Exploring five hypothetical Kemba Walker trades for Celtics


Brad Stevens has a lot on his plate right now.

Just days into his new role as Boston Celtics president of basketball operations, the former head coach is hard at work finding his replacement.

But Stevens also needs to figure out what to do with Kemba Walker, who reportedly has agreed to part ways with the team this offseason.

Trading Walker will be easier said than done. He missed 29 games this season dealing with a knee injury that doesn't appear to be getting much better. He turned 31 in May and is owed $73.6 million over the next two seasons after submitting his worst statistical season since 2014-15.

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Then again, the bar for Walker is high: He still averaged nearly 20 points and five assists per game last season and when healthy could be a starter or super-sub on a contender, which reportedly is the role he seeks.

Since Stevens is busy finding a head coach, we thought we'd do Brad's work for him and drum up five hypothetical offseason trades involving Walker. Each deal was deemed a "success" by TradeNBA.com's handy trade machine tool, which of course guarantees nothing but at least tells us the math works out.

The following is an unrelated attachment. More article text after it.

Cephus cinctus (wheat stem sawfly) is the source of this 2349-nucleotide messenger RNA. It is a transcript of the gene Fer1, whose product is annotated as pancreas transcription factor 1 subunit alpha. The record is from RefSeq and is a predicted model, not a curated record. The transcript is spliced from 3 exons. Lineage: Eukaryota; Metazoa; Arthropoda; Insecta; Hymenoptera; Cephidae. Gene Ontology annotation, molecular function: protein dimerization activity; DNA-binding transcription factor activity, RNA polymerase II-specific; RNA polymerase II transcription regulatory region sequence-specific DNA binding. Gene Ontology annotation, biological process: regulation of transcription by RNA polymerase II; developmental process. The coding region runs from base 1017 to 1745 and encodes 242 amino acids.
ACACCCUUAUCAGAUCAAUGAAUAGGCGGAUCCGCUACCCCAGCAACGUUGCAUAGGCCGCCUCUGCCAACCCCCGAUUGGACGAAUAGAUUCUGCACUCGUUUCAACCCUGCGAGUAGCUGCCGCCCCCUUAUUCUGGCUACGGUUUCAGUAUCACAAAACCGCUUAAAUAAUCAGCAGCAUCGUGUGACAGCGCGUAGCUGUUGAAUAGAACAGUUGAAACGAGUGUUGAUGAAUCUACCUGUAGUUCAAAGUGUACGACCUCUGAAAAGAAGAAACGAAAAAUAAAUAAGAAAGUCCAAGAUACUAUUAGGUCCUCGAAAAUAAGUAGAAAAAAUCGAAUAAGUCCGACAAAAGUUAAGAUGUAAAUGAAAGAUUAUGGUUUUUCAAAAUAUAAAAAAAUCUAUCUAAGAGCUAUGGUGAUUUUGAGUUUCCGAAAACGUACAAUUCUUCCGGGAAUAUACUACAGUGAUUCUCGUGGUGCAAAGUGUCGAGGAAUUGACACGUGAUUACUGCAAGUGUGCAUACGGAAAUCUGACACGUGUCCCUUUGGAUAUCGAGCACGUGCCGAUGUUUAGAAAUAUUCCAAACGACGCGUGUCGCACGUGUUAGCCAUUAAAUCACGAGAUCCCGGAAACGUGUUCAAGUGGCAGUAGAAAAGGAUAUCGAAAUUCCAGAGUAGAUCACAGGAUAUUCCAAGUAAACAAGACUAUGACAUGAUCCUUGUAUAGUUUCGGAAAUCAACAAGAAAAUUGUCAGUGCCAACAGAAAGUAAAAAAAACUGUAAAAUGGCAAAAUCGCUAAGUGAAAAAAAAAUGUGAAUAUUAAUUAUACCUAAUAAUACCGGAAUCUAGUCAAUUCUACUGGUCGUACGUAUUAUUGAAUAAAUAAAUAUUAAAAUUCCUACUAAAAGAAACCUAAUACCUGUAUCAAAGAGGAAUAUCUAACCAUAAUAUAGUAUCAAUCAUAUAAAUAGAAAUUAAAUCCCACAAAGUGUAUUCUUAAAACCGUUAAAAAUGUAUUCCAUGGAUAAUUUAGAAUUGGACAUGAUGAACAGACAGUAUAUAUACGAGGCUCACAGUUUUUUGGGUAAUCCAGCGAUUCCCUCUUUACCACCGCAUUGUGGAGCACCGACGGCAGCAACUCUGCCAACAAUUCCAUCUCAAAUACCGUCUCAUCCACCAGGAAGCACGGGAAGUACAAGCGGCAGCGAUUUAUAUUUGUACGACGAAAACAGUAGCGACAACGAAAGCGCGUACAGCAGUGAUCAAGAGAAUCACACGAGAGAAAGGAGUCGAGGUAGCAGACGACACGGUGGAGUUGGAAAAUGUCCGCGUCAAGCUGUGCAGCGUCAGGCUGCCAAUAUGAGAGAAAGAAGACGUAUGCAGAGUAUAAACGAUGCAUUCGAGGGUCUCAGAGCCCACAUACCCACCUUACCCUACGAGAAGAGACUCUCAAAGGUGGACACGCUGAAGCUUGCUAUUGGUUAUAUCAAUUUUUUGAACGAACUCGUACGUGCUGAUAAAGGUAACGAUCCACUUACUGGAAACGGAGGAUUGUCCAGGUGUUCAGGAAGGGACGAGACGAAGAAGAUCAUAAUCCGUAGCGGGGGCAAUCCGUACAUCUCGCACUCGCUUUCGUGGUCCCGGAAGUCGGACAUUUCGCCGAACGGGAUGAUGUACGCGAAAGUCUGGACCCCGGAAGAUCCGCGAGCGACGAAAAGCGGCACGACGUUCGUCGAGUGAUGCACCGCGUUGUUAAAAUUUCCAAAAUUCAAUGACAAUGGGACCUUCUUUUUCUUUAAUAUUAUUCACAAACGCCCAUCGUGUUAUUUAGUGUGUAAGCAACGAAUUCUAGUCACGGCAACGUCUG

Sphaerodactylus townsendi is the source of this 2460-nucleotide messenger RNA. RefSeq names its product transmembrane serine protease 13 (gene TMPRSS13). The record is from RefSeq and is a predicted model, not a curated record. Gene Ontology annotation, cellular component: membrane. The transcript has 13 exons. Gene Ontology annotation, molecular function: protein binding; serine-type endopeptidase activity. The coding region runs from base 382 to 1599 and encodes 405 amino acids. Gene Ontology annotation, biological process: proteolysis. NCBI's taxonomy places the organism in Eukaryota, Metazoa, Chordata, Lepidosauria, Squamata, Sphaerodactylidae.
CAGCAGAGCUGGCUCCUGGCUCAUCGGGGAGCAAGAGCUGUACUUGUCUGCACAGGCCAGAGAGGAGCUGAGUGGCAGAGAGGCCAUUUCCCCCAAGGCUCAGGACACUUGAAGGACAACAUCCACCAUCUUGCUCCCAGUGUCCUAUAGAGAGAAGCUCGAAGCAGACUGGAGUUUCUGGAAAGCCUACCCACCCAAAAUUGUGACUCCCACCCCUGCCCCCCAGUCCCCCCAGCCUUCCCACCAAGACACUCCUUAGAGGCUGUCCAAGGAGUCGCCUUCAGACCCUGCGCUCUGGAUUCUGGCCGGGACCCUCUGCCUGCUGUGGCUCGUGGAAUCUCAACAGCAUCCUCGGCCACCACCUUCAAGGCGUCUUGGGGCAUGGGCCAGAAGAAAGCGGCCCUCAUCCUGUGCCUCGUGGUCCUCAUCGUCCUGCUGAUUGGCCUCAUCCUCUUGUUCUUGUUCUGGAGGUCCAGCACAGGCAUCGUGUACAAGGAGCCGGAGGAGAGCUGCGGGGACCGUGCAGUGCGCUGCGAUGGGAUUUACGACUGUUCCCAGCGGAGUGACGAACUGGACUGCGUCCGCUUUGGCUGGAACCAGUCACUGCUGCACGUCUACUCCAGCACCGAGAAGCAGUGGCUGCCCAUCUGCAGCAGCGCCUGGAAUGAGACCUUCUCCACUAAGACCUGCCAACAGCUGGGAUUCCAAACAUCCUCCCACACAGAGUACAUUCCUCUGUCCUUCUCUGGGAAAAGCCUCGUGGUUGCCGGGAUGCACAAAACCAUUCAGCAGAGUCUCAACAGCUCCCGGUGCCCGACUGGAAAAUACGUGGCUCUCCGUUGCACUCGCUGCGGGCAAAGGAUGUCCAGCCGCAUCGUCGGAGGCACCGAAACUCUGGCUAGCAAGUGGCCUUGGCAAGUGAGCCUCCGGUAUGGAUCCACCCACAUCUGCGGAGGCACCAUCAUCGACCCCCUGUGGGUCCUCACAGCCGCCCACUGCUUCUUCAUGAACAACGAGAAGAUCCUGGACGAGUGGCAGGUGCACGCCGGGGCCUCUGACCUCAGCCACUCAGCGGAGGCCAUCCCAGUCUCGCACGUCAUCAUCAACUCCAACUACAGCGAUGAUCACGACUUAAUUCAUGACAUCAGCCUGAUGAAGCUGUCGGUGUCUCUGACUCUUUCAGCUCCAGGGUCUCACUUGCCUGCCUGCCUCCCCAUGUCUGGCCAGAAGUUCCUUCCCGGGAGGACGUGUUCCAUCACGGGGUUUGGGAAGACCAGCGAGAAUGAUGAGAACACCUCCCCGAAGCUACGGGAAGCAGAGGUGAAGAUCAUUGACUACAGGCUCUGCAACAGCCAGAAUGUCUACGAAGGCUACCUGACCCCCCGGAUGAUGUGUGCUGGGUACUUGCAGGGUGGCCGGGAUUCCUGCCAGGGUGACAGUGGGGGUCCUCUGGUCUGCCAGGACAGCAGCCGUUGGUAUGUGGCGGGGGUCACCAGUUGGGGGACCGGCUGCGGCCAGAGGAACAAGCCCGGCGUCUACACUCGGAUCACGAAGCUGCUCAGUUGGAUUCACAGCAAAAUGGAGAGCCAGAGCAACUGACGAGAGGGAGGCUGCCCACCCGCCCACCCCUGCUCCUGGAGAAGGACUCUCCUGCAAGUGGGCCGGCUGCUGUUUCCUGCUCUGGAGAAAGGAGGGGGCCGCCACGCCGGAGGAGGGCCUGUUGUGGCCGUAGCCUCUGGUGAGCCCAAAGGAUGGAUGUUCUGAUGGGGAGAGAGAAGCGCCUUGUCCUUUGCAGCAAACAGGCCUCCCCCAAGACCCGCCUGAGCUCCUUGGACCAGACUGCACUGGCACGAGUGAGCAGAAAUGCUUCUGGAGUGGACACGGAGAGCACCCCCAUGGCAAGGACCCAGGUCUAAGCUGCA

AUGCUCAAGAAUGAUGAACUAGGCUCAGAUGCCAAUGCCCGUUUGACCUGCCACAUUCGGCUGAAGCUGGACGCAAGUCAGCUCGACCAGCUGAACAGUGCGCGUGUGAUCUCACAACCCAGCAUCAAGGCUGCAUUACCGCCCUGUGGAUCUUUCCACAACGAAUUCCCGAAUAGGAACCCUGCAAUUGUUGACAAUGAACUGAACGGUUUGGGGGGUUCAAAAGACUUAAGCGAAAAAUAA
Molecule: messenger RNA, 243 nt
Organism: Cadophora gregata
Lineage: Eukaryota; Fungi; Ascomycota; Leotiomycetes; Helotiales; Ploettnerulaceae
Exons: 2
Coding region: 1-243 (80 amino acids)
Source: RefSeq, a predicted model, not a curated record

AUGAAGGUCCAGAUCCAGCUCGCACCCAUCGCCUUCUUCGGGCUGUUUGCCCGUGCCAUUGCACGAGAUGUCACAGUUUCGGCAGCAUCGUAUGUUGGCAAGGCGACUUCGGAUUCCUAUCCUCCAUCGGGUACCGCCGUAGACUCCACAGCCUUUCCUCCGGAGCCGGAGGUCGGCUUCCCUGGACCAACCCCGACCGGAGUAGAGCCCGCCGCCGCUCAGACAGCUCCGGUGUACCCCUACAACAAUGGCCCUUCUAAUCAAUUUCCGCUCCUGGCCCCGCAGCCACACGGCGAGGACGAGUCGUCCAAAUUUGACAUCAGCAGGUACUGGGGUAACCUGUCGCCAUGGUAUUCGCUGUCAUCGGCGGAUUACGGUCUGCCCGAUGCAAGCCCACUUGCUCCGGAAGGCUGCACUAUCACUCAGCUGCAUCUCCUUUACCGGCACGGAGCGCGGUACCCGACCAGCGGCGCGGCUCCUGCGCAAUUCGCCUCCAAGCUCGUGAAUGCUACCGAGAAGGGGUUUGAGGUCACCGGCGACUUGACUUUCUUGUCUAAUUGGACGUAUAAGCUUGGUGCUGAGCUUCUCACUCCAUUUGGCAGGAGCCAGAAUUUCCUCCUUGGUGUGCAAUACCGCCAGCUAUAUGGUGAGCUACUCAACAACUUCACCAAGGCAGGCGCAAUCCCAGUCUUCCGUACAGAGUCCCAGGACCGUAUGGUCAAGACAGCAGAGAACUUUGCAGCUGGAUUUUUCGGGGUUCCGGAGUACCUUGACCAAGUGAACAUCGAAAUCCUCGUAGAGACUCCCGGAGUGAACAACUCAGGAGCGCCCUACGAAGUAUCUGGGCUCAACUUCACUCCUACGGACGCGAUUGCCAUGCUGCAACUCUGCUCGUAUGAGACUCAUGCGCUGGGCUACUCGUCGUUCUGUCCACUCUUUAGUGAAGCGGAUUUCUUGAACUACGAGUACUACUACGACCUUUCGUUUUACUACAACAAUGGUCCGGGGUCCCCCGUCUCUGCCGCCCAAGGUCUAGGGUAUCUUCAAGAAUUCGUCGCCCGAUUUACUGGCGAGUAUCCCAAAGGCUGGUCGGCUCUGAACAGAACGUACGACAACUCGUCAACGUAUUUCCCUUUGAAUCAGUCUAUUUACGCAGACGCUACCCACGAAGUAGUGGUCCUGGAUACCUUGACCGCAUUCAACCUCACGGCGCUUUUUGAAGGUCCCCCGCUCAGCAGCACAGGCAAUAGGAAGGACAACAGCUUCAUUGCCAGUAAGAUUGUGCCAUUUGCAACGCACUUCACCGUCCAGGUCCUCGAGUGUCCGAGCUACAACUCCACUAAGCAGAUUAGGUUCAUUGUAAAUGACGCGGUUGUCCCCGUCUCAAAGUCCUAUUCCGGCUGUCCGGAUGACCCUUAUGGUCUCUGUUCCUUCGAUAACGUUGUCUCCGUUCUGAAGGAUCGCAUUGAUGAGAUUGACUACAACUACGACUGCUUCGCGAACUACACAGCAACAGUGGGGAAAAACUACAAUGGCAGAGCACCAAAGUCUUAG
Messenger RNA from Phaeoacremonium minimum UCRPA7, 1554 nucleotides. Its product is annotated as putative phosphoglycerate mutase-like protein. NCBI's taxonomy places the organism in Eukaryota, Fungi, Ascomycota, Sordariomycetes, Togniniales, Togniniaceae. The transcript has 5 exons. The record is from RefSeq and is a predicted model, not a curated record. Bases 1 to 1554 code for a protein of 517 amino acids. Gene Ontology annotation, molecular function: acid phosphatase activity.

Here are five teams that could orchestrate a Walker deal with Boston and what each trade could look like:

1. New York Knicks

Celtics receive: Nothing

Knicks receive: Kemba Walker, Celtics' 2022 first-round pick (lottery protected); Celtics' 2025 first-round pick (top-5 protected)

Why it works: As The Athletic's Jared Weiss reported recently, Walker likely will have "negative trade value," meaning the C's will need to give up additional assets for a team to take on his contract.

The Knicks are well-equipped to do just that, as they can easily absorb Walker's $36.6 million salary next season with nearly $60 million in cap space. They'll desperately need a point guard if Derrick Rose goes elsewhere in free agency, and Walker -- a Bronx native who nearly signed with New York in 2019 and knows how to deliver at Madison Square Garden -- makes plenty of sense there.

Why it may not work: The Celtics would free up a ton of cap space, but Stevens may balk at getting nothing in return while parting with two first-round picks. Tom Thibodeau also may balk at Walker's limitations on defense.

2. Dallas Mavericks

Celtics receive: Kristaps Porzingis

Mavericks receive: Kemba Walker, Celtics' 2022 first-round pick (lottery protected)

Why it works: This is a nearly perfect fit from a contract perspective, with both players making north of $30 million next season. It's also a classic "change of scenery" trade.

Injuries continue to plague Porzingis, but the 7-foot-3 forward is still only 25 and certainly would fit the "shooting with size" mold that Boston sought at the NBA trade deadline. Porzingis gets another chance to realize his potential, while the Mavs get a legitimate backcourt scorer who can help ease Luka Doncic's massive workload.